Mumfidential.com is a small but perfectly-formed resource to inspire mothers through the highs, lows and baby brain moments of motherhood. We talk to founder, Anna Tyzack, to find out more.
Mumfidential is part mummy blog (we've got great writers - Esther Walker, Annabel Karmel, Nell McAndrew), part advice portal (the biggest names in sleep, breastfeeding and pre/postnatal exercise are at the ready) - and a directory of cooking, shopping and travel ideas (all baby-minded, of course!). And it looks beautiful - that's very important to us!
What was the inspiration for the site? When my first child, Hector, now three, was born, I hadn't got a clue about breastfeeding, Bugaboos or baby classes. He arrived early, so I hadn't done an antenatal course and I'd been too superstitious to read any books or buy any kit (ridiculous, I know). So in those first weeks of motherhood I turned to the internet and couldn't find any of the answers I was looking for. That's when I started dreaming up my second baby, Mumfidential!
When did you launch the site? January 2015.
What are your greatest challenges? It's all a huge learning curve and I still feel I'm at the beginning of it. We have a wonderfully supportive and loyal readership but I'd love our articles to be reaching more mothers. I've also found it very hard to find a good developer: they seem to be like gold dust.
What's your background? I'm an editor and writer for the Daily Telegraph. My business partner is a very clever entrepreneur.
Who do you admire in business? Lauren Child, the creator of Charlie and Lola, who has managed to make an enormous success of her beautiful illustrations and quirky stories (my children adore them). I'm also seriously impressed by anyone who manages to run a profitable newspaper, magazine or website while publishing interesting, informed articles with integrity.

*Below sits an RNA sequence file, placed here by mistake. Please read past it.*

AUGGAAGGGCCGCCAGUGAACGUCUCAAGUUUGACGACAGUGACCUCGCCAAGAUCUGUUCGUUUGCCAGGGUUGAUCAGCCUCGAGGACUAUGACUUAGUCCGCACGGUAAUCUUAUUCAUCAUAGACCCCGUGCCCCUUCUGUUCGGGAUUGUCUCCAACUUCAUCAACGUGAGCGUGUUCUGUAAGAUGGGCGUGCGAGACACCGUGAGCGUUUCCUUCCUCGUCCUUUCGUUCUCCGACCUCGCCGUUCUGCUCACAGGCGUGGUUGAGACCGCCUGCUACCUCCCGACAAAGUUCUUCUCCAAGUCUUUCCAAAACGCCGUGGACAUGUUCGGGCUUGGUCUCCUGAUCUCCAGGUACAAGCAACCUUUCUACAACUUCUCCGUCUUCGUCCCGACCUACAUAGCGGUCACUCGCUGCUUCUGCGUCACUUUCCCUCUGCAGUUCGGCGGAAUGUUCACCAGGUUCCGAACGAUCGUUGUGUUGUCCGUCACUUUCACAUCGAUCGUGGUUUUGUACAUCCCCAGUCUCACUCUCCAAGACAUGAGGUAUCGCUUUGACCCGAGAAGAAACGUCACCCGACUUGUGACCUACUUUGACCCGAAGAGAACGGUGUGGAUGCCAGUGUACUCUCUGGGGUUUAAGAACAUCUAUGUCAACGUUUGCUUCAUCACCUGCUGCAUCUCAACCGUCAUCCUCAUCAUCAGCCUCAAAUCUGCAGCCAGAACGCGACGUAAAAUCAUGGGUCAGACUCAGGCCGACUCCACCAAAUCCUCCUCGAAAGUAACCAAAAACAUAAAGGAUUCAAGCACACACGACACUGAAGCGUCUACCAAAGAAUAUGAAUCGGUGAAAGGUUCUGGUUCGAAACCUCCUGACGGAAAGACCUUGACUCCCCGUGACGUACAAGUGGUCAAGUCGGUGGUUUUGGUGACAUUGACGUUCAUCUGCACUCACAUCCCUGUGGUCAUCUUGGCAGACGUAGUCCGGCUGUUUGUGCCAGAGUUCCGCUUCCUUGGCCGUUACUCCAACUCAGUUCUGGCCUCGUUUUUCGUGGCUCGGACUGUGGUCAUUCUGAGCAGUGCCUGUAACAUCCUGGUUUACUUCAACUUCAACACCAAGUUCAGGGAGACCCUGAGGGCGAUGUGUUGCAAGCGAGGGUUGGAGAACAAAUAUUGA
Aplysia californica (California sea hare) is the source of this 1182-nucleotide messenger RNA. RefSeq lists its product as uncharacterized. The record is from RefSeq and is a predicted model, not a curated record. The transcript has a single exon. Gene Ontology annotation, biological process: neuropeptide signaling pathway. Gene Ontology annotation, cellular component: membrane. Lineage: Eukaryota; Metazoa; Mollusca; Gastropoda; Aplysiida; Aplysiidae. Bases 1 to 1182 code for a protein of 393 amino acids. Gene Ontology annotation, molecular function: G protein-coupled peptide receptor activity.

Please recommend a really useful website that helps you promote your business... Urgh, it's so unoriginal, but Facebook, Instagram and Twitter. I'd also recommend pixabay for free images and envato.com: my site is a simple Wordpress £50 theme, and it would have cost many thousands to have it designed from scratch. Receiptbank.com has reformed my expense management and Peopleperhour.com has been useful - but you have to be cautious: I did get stung on one occasion by a rouge developer! Playbuzz.com is my latest conquest - I'm trying to set up some quizzes on the site.
What is the best piece of business advice you've been given? Before you do anything, draw up a business plan with a clear idea of where your revenue will be coming from (I didn't follow it, of course).
What is your motto? Tomorrow we might just hit the big time...
Where do you see the business going from here? We have plans afoot to ensure we are even more useful to mothers.